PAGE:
I’m a massive consumer of global television thanks to streaming platforms, Stan and Netflix. Some of my favourites include Brooklyn Nine-Nine, The 100, Mindhunter, Downton Abbey, Jane The Virgin, The Office (USA), Community, and Parks and Rec, just to name a few.
As I’ve grown up, sitting down and actually watching television has become less and less common for me. You’ll only find me in front of the TV if there’s an NBA or NBL game or if Google Box or Survivor happen to be on.
However, there is one very special annual occasion that will always have me hooked to the TV for a solid few days….
Eurovision Week has been held in May annually since 1956. It is, in my opinion, up there with any special occasions like Christmas, Easter, New Year’s and my birthday. My whole family looks forward to the nights we spend watching Eurovision, the days avoiding spoilers due to timezones, and the weeks after of rewatching all our favourites and guilty pleasures. According to my dad, my parents started watching it in 1995, and my family have followed it ever since.
The Eurovision Song Contest was introduced by the European Broadcasting Union in the mid 1950’s as a way for a war-torn Europe to come together in the aftermath of war. In the first “Eurovision Grand Prix” held in 1956, only 7 countries performed: Belgium, France, Germany, Italy, Luxembourg, Netherlands and Switzerland. Since this humble beginning, Eurovision has grown majorly.
As of 2019, 50 countries are eligible to perform in the song contest. This number is not limited to just European countries, making the competition global. Western Asian countries Israel, Cyprus and Armenia have been annual contestants since 1973, 1981 and 2006 respectively. Morocco also competed in 1980. The transcontinental countries of Turkey, Russia, Georgia and Azerbaijan also all annually compete.
One of the most surprising and recent inductees to the Eurovision Song Contest was Australia in 2015.
Eurovision’s Australian Success
Eurovision has been shown by the Special Broadcasting Service (SBS) in Australia since 1986, by broadcasting the BBC’s coverage which was accompanied by Terry Wogan’s ironic commentary (Highfield, Harrington and Bruns, 2013). Wogan retired in 2009 and since then, SBS have sent their own commentators to create their own broadcast of the show.
“Ironic engagement with Eurovision forms an important, if not as central, part of the commentary for SBS’s broadcasts – not just on air but also among the audience sharing their Eurovision-related thoughts on Twitter”.Highfield, Harrington and Bruns – TWITTER AS A TECHNOLOGY FOR AUDIENCING AND FANDOM (2013)
In the Week 2 BCM111 lecture, we were asked to think about what we think is the reason for the global success (or failure) of our chosen topic. I believe that Eurovision’s cult following and success in Australia can be put down to the comedic approach of SBS’s commentary, as well as the social media commentary of those watching at home.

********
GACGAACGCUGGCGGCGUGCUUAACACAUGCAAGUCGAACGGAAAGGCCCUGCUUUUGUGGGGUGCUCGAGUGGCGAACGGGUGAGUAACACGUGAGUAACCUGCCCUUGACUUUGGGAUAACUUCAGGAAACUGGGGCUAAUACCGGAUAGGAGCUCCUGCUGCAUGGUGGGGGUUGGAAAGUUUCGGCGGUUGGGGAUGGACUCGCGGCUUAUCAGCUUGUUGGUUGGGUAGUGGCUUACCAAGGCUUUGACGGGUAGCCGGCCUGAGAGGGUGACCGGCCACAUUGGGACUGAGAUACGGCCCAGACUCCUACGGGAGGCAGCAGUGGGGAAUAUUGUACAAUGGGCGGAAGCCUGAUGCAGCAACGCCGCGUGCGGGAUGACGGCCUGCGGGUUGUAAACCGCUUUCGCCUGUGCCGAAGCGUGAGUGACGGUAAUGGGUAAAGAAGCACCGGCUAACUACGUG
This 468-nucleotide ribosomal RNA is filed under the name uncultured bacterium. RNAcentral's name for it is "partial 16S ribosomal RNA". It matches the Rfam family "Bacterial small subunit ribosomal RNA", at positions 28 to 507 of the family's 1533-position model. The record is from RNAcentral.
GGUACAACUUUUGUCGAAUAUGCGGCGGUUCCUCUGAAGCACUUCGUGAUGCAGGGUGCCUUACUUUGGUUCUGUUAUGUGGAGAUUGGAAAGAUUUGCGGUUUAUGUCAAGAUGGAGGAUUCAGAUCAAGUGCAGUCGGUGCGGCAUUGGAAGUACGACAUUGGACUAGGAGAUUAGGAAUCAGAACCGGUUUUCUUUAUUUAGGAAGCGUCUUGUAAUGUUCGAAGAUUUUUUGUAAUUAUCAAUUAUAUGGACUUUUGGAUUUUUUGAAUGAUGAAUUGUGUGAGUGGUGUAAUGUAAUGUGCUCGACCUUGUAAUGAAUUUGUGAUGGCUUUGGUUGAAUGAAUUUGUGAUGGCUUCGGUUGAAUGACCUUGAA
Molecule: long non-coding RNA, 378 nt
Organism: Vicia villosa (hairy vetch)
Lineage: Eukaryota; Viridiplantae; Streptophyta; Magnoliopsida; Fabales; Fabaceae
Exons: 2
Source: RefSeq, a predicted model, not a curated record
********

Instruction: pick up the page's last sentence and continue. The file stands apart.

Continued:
Whilst European viewers may view the competition with a more serious, competitive eye, Australian’s love the “kitsch spectacle” of the show and many watch with a “detached, ironic posture” (Skey, Kyriakidou, McCurdy, Uldam, 2016). This is highlighted through the #SBSEurovision hashtag used across Twitter, Instagram and Facebook. Here’s a collection of some of the tweets from this year’s Eurovision:
Further Global Influence
Eurovision has inspired people around the world to establish their own adaptions of the contest. The Caribbean Song Contest began in 1984 and the Asia Song Festival first aired in 2004. The Eurovision Asia Song Contest is set to be held on the Gold Coast later this year and will be produced by the European Broadcasting Union (EBU) and SBS. There has been some controversy around the contest however, as it was originally meant to occur in 2017.
Eurovision wouldn’t be Eurovision without its slight undertones of European politics. You can count on the juries of Greece and Cyprus to give each other 12 points, Germany to receive very little votes (except in the case of Lena and ‘Satellite‘ in 2010), and for Russia and Israel to receive some boos from the crowd.
Voting patterns between countries have been studied and proven by researchers such as Marta Blangiardo and Gianluca Baio in ‘Evidence of bias in the Eurovision song contest: modelling the votes using Bayesian hierarchical models’.
Political protests are usually stopped by Eurovision officials prior to Eurovision week, however the use of live television broadcasts can impact on this control. This year, Eurovision was hosted by Israel in Tel Aviv. During the counting of votes, the cameras panned to the Icelandic group, Hatari, who were waving Palestinian flags that read “Free Palestine”.
Thanks to the concept of global media and television, Eurovision is a way for countries around the world to come together through their love of music, good and bad, outrageous staging, stunts and costumes and a little friendly competition. I’m already counting down the days until next year!
For those of you who are new to Eurovision, here is a playlist of some of my favourites, and favourites to laugh at. Check out the Eurovision Youtube channel for some great content too. If you’re a fellow Eurovision fan, tweet me some of your favourite Eurovision moments!!
TWITTER AS A TECHNOLOGY FOR AUDIENCING AND FANDOM by Tim Highfield , Stephen Harrington & Axel Bruns (2013). Accessed online: https://moodle.uowplatform.edu.au/pluginfile.php/1611887/mod_resource/content/1/Eurovision%20and%20Twitter.pdf
Staging and Engaging With Media Events: A Study of the 2014 Eurovision Song Contest by Michael Skey, Maria Kyriakidou, Patrick McCurdy, Julie Uldam (2016). Accessed online: https://web-a-ebscohost-com.ezproxy.uow.edu.au/ehost/pdfviewer/pdfviewer?vid=5&sid=d20d9f59-9d38-45cd-b2a9-5296ee480d37%40sdc-v-sessmgr02